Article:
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A Novel Cause

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Issue: 37 Section: Arts Geography: Quebec Montreal Topics: terrorism

June 5, 2006

A Novel Cause

"North of 9/11" is a book about war, racism, and hysteria - and the people who fight against them

by Macdonald Stainsby

north911bg_web.jpg
The events themselves may be fictional, but the world of "North of 9/11" will be familiar to Montreal activists.. photo: The cover of "North of 9/11"
Something has been missing from the portrayal of the political landscape in North America. While there are plenty of statistics on the impacts of corporate globalization, war and racism, there are few stories about the people who risk injury, imprisonment and even their lives to fight against them in North America. Activist, academic, and now author David Bernans, attempts to address this omission with his new novel North of 9/11.

Set in Montréal, Québec, North of 9-11 describes the idealism and determination of many of the young would-be revolutionaries in the city. The novel revolves around the Murphy family: Sarah - the 19 year-old raging granddaughter –and her parents: a reactionary father who works in public relations for military contractors, and a liberal mother, sympathetic to her daughter's beliefs.

Bernans' main storyline involves a group of activists plotting direct action in response to the prevailing climate of panic and warmongering post September 11. The target of the action is chosen based on information that young Sarah Murphy gleans from her right-wing American father. The tense exchanges between activists help the reader understand the risks of and reasons for taking direct action.

The events themselves may be fictional, but the world in which they take place will be familiar to Montreal activists. Details of the Concordia University campus and student union will jump out at activists who spend their days there--the effect is less compelling however for readers who haven't taken part in Montréal political battles.

These descriptions do not detract from a story that moves smoothly from family dinners where daughter and father debate US imperialism, to debates between student activists and engineering students on the moral implications of a University hosting corporations that profit from war, to arguments between privileged white activists and their Arabic and Muslim counterparts about tactics post 9/11.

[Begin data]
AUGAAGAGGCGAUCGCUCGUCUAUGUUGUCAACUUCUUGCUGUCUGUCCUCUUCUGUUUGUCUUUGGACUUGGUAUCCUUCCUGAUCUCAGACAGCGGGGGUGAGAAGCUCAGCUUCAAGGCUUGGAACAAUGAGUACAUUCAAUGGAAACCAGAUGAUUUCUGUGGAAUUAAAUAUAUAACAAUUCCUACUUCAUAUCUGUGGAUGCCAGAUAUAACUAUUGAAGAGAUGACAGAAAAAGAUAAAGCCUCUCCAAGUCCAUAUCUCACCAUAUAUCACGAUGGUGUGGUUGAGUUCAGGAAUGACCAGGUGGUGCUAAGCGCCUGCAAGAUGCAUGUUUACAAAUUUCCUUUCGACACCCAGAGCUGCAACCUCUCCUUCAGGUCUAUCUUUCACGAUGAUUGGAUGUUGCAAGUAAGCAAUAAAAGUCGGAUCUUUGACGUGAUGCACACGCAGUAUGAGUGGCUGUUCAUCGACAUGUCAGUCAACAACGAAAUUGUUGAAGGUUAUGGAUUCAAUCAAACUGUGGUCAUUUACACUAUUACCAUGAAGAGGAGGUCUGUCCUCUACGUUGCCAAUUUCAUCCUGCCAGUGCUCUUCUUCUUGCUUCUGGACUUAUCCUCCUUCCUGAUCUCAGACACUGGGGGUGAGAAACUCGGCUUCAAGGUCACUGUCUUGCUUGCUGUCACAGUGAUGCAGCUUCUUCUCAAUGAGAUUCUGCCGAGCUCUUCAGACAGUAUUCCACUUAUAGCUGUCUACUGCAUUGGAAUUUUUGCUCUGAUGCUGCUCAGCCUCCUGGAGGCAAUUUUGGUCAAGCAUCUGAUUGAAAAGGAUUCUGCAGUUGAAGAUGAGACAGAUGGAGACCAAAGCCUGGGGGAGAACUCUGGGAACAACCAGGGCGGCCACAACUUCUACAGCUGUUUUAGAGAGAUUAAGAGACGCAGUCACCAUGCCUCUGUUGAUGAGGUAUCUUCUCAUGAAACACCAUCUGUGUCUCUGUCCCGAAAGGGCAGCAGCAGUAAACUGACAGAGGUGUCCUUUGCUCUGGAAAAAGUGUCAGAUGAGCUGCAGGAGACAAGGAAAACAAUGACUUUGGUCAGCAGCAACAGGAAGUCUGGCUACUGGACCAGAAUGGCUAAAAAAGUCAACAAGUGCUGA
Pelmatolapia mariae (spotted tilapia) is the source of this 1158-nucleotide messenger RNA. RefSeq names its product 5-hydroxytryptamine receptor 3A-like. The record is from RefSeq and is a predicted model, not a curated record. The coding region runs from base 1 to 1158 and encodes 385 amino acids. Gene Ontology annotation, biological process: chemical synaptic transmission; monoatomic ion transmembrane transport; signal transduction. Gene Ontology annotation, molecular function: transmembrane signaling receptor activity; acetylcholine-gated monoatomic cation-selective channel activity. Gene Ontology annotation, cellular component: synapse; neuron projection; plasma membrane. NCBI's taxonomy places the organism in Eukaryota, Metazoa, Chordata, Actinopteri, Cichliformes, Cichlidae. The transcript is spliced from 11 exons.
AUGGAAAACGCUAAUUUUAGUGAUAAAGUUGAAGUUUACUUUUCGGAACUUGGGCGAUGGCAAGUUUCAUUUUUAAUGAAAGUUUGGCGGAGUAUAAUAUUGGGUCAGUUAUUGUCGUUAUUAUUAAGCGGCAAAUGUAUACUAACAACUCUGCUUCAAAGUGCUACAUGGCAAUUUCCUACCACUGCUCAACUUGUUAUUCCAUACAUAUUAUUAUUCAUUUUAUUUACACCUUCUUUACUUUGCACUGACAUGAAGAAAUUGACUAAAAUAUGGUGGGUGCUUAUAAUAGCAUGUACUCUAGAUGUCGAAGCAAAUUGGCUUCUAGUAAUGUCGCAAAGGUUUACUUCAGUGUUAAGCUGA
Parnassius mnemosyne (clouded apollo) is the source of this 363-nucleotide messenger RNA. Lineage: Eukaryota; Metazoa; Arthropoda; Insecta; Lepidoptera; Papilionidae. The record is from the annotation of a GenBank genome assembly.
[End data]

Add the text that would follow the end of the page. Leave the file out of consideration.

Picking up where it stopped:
To the uninitiated, the true value of the story is the insight into the hearts and minds of young activists who have cut their teeth during the era of "anti-globalization." Along the way, the reader also learns about the personal motivations and internal conflicts of some of the other elements in the leftist landscape: of fence-sitters like her mother, of student radicals of 35 years earlier, and of members of Solidarity for Palestinian Human Rights. The story is punctuated with dialogue-driven history lessons about the US backed coup that overthrew democracy in Chile and the 1982 massacre of thousands of Palestinian men, women and children in Lebanon. Through Bernans' characters, we start to see the faces – and not just the fists - of those fighting for justice.

By bringing characters, people and movements to life, David Bernans has given readers an opportunity to understand why so many choose a life of struggle over a life of ease. In doing so, Bernans offers a valuable perspective. He also provides something far more important: hope - and perhaps a reason for the reader herself to join the struggle.

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The Dominion is a monthly paper published by an incipient network of independent journalists in Canada. It aims to provide accurate, critical coverage that is accountable to its readers and the subjects it tackles. Taking its name from Canada's official status as both a colony and a colonial force, the Dominion examines politics, culture and daily life with a view to understanding the exercise of power.

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